When archiving – the activity in the team is frozen but administrative changes can still be done – like adding or removing members. An archived team hides from the end user’s team application navigation panel. The team is still visible from Teams Admin Center and can be unarchived.
Deletion on the other hand – deletes the SharePoint site, the content (files, chat, etc) and activity. These cannot be recovered unless you recover Microsoft 365 group associated with that team. So, it is important to decide which team should be deleted or archived.
5. Approved Apps
One of the best use cases of Teams includes the integration of other apps into the experience. At a minimum the technical team deploying teams should enable the first party and Microsoft featured apps in Teams experience. There are numerous third-party apps that are now available for integration in teams. Apps like Zoom, Slack, Zapier etc. can have interactivity with teams. Be sure to vet any third-party apps to ensure they adhere to your organisation’s security and compliance needs.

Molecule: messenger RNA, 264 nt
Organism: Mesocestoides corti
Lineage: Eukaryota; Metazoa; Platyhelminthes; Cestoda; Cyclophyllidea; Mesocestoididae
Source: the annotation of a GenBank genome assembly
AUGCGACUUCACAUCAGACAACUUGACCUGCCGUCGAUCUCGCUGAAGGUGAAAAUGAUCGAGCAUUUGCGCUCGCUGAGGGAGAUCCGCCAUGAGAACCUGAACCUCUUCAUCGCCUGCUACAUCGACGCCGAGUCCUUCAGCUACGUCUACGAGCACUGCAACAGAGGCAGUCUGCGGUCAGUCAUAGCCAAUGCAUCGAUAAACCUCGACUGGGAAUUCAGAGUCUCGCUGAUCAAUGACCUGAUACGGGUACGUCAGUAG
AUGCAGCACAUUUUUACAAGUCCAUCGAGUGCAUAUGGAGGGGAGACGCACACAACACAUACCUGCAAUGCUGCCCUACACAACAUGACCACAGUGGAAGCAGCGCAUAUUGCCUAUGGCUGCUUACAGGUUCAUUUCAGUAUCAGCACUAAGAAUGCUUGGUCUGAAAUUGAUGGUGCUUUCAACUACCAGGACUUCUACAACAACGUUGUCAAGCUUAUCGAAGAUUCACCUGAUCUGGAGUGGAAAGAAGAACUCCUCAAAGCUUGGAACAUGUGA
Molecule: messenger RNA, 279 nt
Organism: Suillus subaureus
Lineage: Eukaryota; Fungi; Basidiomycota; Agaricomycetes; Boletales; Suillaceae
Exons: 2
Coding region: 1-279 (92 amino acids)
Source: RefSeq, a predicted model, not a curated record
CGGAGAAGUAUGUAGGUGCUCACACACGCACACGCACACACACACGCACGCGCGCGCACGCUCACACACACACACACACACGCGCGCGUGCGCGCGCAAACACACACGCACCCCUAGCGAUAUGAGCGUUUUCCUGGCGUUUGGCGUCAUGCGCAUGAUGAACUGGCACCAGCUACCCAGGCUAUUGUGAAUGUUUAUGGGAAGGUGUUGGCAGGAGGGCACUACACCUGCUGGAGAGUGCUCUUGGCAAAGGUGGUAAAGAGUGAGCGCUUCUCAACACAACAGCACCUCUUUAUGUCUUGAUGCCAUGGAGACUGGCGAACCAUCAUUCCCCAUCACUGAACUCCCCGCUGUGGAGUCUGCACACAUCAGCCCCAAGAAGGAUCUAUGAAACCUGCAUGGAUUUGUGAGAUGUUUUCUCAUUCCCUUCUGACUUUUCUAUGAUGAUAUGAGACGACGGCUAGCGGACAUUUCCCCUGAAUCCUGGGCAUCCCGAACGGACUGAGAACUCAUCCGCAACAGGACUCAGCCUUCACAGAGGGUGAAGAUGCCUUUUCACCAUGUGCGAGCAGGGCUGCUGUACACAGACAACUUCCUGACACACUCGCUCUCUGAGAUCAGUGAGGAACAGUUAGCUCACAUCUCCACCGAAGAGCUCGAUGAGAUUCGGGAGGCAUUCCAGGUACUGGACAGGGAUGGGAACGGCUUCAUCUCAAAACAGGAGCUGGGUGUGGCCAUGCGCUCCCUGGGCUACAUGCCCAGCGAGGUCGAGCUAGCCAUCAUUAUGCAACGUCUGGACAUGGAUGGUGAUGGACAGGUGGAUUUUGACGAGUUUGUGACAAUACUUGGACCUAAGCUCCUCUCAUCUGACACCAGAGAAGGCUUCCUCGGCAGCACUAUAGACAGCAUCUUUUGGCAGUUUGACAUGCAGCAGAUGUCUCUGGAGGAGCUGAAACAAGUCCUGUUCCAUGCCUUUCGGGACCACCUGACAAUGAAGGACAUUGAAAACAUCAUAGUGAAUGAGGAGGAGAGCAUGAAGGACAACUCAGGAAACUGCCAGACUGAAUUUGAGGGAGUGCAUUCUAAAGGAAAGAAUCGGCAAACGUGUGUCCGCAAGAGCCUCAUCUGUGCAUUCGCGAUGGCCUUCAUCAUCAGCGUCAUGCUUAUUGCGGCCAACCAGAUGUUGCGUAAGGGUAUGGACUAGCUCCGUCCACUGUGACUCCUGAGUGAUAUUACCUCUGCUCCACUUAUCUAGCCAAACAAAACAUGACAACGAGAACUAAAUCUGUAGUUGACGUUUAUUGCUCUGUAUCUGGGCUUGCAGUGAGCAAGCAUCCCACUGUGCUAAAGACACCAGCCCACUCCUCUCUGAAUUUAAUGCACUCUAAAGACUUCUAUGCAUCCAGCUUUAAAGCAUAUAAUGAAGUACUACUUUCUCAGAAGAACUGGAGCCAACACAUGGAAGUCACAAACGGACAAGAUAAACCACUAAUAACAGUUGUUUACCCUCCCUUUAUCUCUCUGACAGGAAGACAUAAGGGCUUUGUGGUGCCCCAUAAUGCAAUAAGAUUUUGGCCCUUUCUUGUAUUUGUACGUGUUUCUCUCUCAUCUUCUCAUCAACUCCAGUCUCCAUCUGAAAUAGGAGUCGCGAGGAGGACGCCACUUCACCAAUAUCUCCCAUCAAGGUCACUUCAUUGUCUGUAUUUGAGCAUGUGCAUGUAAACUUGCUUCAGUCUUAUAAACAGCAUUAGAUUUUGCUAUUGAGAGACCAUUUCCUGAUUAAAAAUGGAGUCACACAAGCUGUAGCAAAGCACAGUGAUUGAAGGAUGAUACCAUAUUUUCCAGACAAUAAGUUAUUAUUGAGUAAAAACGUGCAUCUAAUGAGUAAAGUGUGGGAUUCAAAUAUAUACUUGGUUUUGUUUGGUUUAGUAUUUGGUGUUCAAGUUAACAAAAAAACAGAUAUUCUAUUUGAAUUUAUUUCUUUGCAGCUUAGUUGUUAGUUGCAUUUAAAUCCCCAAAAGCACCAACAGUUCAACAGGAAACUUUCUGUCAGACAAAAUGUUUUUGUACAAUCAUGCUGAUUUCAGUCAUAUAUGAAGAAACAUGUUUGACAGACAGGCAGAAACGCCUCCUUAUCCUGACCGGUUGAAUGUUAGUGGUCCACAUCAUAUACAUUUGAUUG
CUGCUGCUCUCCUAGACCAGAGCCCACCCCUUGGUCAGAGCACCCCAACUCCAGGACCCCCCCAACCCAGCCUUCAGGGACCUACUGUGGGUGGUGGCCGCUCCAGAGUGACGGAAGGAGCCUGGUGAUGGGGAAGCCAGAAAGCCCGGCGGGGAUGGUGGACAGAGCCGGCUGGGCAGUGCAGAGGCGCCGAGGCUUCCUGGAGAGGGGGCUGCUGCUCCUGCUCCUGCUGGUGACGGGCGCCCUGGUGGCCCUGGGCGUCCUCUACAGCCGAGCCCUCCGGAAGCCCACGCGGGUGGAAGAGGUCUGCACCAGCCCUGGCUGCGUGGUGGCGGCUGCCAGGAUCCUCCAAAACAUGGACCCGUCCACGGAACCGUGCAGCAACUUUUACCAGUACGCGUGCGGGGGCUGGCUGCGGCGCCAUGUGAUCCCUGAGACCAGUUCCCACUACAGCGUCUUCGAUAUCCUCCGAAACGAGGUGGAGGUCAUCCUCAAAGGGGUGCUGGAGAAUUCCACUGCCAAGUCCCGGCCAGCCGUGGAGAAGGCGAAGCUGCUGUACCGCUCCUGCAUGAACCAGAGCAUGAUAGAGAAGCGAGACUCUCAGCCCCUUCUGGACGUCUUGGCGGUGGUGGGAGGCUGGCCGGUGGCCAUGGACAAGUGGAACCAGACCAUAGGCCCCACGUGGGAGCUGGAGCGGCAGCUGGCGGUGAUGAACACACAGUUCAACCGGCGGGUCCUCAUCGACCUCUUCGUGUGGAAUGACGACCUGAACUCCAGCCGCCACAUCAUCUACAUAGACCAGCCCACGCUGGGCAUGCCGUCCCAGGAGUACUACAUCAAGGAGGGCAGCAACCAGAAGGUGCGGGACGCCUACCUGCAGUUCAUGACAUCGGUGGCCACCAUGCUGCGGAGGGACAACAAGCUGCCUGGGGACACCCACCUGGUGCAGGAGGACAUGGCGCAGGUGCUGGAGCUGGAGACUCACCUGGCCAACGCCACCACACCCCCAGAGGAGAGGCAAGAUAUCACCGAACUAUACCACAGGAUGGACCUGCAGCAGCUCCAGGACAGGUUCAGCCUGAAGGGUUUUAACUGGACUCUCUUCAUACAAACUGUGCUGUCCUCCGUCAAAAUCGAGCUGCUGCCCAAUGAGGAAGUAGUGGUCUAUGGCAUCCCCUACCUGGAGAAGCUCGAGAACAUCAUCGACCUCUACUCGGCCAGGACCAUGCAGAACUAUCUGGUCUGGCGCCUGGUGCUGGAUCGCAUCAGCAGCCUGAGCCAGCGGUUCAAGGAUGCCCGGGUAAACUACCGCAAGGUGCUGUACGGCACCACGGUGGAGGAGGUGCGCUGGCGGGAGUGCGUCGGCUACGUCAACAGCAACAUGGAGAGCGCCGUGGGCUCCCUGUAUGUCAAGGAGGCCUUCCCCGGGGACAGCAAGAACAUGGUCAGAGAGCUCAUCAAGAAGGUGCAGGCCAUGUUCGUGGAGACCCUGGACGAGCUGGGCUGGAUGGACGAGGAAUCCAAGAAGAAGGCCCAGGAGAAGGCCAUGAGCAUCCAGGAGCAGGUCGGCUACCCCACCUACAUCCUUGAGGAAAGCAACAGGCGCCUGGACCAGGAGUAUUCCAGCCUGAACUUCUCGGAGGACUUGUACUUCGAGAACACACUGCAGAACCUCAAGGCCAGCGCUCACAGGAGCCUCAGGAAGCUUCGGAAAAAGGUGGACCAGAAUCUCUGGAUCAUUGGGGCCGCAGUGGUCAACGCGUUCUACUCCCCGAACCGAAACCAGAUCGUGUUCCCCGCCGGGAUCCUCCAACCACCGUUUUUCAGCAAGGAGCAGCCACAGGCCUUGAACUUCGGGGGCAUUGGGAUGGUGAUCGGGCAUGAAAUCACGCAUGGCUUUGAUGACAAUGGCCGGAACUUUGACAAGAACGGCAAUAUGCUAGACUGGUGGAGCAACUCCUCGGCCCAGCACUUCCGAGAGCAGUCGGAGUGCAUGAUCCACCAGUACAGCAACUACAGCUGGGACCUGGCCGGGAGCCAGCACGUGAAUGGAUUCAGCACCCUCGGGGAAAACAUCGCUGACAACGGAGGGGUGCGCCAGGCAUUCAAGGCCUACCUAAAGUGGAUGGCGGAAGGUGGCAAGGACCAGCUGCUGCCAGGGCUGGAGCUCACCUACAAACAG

6. Private Teams vs Public Teams
In Teams there are 3 types of Teams: Org-Wide, Public and Private. Organisation wide team means it will add all the users in the organisation to the team. There can be more than one Org-wide team. Public means anyone in the organisation can join the teams without any invite or approval. These teams are visible to all users. They have to join the team; they will not be added automatically to the team. Private means the owner of the team must invite or add the members to the team. These teams are not visible to all users in the organisation.
So, it’s important from the beginning whether a team needs to be a private or public or an org-wide team.
We’ve discussed some of the best practices for Governance. Microsoft provides in detail how to implement it and has article guides for IT pros to ask right questions to determine requirements for governance, and how to meet them.